Friday, October 10, 2008

An incident at the park

Huey and I were at the playground, playing on the slides, when a blond man, the father of a beautiful two-year-old girl, walked up to the low railing surrounding the park and said to a man sitting on the bench just outside the park, “Are you staring at my daughter?”

The man, a nondescript white man in his 40s, looked at him quizzically.

“You’re staring at my daughter. I saw you,” said the blond man.

“Whatever, man,” said the guy on the bench. “I’m just sitting here. It’s a public park.”

“But you’re staring at my daughter, aren’t you? Aren’t you staring at my daughter?”

By this point, their confrontation was starting to draw stares from the other parents.

“Are you a fucking idiot?” said the man on the bench, getting agitated. “It’s a public park. I’m just sitting here watching. It’s a public park. I’m not doing anything. It’s a public park.”

“You can keep repeating that it’s a public park,” said the blond man, calmly, “but that doesn’t change the fact that you’re staring. And it’s making me very uncomfortable. Why are you here? You don’t have any kids with you, so why are you here?”

“It’s a public park… My wife… our kids… It’s a public park, what the fuck?”

“Men without kids don’t belong here. Please leave. Now.”

“Whatever. Fuck you.” And so the man on the bench left.

The other parents murmured their approval, staring after the guy, as if trying to memorize his features.

I hadn’t noticed the guy staring, but we’d only just gotten there. It’s sad that the sight of a man sitting on a bench outside of a kid’s park immediately raises red flags. He could have just been enjoying the sunshine and the sound of the kids’ laughter.

But maybe not. And that’s why I, too, was a little relieved when he left.

Tuesday, July 22, 2008

Lessons learned from living at my brother's house for two months

  • A kitchen large enough to allow two people to comfortably cook together can restore the joy in the process.
  • Having enough counter space to spread out all the fun kitchen tools means having fresh bread and frozen yogurt on a regular basis.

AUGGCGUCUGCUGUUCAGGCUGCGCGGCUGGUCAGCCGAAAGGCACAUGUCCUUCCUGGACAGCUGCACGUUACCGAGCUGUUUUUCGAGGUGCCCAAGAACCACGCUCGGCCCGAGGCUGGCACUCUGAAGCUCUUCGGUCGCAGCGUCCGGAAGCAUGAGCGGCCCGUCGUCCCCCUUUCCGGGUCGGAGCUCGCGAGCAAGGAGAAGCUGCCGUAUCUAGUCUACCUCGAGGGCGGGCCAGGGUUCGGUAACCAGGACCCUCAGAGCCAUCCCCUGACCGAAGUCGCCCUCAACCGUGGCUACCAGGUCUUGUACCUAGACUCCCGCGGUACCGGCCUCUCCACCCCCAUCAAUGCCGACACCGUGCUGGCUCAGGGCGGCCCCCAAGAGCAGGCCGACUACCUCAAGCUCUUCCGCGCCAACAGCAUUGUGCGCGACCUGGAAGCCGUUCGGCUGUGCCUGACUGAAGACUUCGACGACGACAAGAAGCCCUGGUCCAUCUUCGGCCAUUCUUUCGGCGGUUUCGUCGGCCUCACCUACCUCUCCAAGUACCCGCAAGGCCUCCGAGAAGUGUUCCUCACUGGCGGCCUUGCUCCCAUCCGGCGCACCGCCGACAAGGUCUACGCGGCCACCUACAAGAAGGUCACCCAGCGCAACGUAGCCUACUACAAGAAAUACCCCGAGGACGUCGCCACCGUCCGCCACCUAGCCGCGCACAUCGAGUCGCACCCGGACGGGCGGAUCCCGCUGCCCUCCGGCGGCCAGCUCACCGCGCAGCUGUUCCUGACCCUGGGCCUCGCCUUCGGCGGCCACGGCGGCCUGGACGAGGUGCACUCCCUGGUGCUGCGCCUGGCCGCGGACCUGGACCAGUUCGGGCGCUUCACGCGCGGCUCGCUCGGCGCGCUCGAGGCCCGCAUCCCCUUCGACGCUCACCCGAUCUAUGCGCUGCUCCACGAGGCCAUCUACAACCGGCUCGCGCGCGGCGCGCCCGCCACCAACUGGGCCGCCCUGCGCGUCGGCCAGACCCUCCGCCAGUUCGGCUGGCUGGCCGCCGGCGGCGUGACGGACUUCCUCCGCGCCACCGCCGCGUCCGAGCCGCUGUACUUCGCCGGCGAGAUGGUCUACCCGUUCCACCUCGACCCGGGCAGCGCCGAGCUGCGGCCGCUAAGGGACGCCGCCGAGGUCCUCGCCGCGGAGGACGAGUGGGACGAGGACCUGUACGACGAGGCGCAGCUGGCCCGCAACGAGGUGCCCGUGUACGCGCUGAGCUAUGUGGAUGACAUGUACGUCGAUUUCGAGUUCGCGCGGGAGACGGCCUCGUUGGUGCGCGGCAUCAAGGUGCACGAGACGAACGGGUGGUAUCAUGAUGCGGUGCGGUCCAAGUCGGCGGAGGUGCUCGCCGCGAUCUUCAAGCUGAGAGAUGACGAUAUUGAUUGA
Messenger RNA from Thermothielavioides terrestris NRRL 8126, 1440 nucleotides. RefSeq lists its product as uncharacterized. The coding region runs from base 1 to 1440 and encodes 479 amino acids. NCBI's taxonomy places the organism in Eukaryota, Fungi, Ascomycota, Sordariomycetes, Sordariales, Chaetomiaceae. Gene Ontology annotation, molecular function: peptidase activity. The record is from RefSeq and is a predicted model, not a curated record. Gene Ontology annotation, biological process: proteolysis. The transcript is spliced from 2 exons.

• Having enough room to host loved ones for an extended period of time is a necessary luxury.
  • Puttering in the garden can be a great way to while away a Sunday afternoon.
  • Television is not the center of our lives.
  • A dinner for two on the patio can be a nightly occurrence.
  • A dishwasher can save a marriage.

Wednesday, July 16, 2008

A spectacular insult

When my in-laws were visiting, we spent a couple of Sundays driving around different neighborhoods to check out some real estate. Having four of us in the car meant my mother-in-law and I could jump out to check out a home—because let’s face it, we adore looking at houses, even if there’s not a chance in hell we could ever afford them—while HH and my father-in-law stayed behind in the car with the baby.

After touring one particularly exquisite home that had the kind of view you see in magazines—and of course the price tag to match—we made our way back to the front door to put our shoes back on. On the way the realtor engaged us in some chitchat, no doubt hoping we’d ask her to start sending us listings, when my MIL started bragging about her granddaughter’s great beauty. (How could she not? She is the most beautiful baby on the planet after all.)

The realtor smiled and said, quite matter-of-factly, “She must look like your son then!”

I blinked. Had she really just said that? Right in front of my face? I knew I should be insulted, but this affront was just so spectacular, so ballsy, that it was all I could do not to laugh out loud.

She of course backpedaled quickly, explaining she meant all mothers consider their own children to be extravagantly beautiful, etc. and maybe it really wasn’t meant as an insult. But still, it was such a movie moment. I’ve never been insulted quite so splendidly before.